Lindy Hop is a vernacular partner dance that originated in the 1920s and 1930s within the African American community of Harlem, New York City. The best known of the family of swing dances that includes Balboa, Collegiate Shag and West Coast Swing, the Lindy Hop (along with American Rhythm Tap) evolved from other dances popular at the time such as the Charleston, Breakdown, Cakewalk and Texas Tommy. These dance crazes provided a framework for the development of new steps along with swing dance’s symbiotic partner, the jazz music of the Swing Era. Entering the mainstream in the 1930s, Lindy Hop remained popular throughout the early 1940s. During these decades, it spread across the US and into parts of Europe. When the USA entered World War II, GIs popularised a version of the dance known as Jitterbug, spreading their dance whereever they were stationed, even as far afield as Australia.
WW2 leeched the big bands of young musicians and this, along with rationing and various disputes within the fledgling music industry, led to the break up of the swing bands, eventually resulting in the demise of swing dancing. Smaller bands proliferated playing a different kind of music which served to usher in a new dance era primarily characterised by jive and rock & roll.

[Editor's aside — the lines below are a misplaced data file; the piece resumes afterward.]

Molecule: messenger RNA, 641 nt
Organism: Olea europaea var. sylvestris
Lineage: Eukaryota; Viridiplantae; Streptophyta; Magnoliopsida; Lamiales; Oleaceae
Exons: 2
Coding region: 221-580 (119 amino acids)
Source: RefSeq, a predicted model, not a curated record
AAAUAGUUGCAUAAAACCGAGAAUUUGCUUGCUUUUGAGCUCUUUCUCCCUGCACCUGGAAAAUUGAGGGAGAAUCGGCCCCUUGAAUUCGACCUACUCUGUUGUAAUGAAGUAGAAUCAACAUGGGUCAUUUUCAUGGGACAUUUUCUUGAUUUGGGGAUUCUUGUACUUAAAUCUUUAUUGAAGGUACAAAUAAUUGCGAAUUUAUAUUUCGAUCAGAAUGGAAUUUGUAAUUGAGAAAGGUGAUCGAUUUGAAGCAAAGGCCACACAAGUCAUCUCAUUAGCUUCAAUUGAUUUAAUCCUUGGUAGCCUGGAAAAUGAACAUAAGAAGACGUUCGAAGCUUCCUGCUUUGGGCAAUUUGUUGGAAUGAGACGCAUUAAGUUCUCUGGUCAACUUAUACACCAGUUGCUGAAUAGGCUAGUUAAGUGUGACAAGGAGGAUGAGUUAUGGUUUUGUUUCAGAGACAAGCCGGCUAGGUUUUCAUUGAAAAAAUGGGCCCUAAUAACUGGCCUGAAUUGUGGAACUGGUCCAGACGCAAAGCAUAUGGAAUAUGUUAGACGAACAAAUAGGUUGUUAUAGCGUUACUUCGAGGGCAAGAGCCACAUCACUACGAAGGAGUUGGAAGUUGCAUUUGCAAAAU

Lindy Hop was revived in the 1980s by groups of enthusiasts based in London, Sweden and the US, and there are now thriving swing dance communities in towns and cities around the world, as well as a vibrant global dance scene characterised by dance camps, weekenders and Lindy exchanges. Performance Lindy Hop and competitions have their place, but here at Opus One, we think the magic of Lindy Hop is as the improvised, lead and follow social dance.
Join us at Opus One on Wednesdays for fun and friendly and informative classes, then put your moves into practice as you swing out with friends and new partners and enjoy some of the best swing tunes from our bands and DJs.
The exact nature of ‘What is Lindy Hop’ has been under consideration and debated long after you should be dancing. Here is one such muse;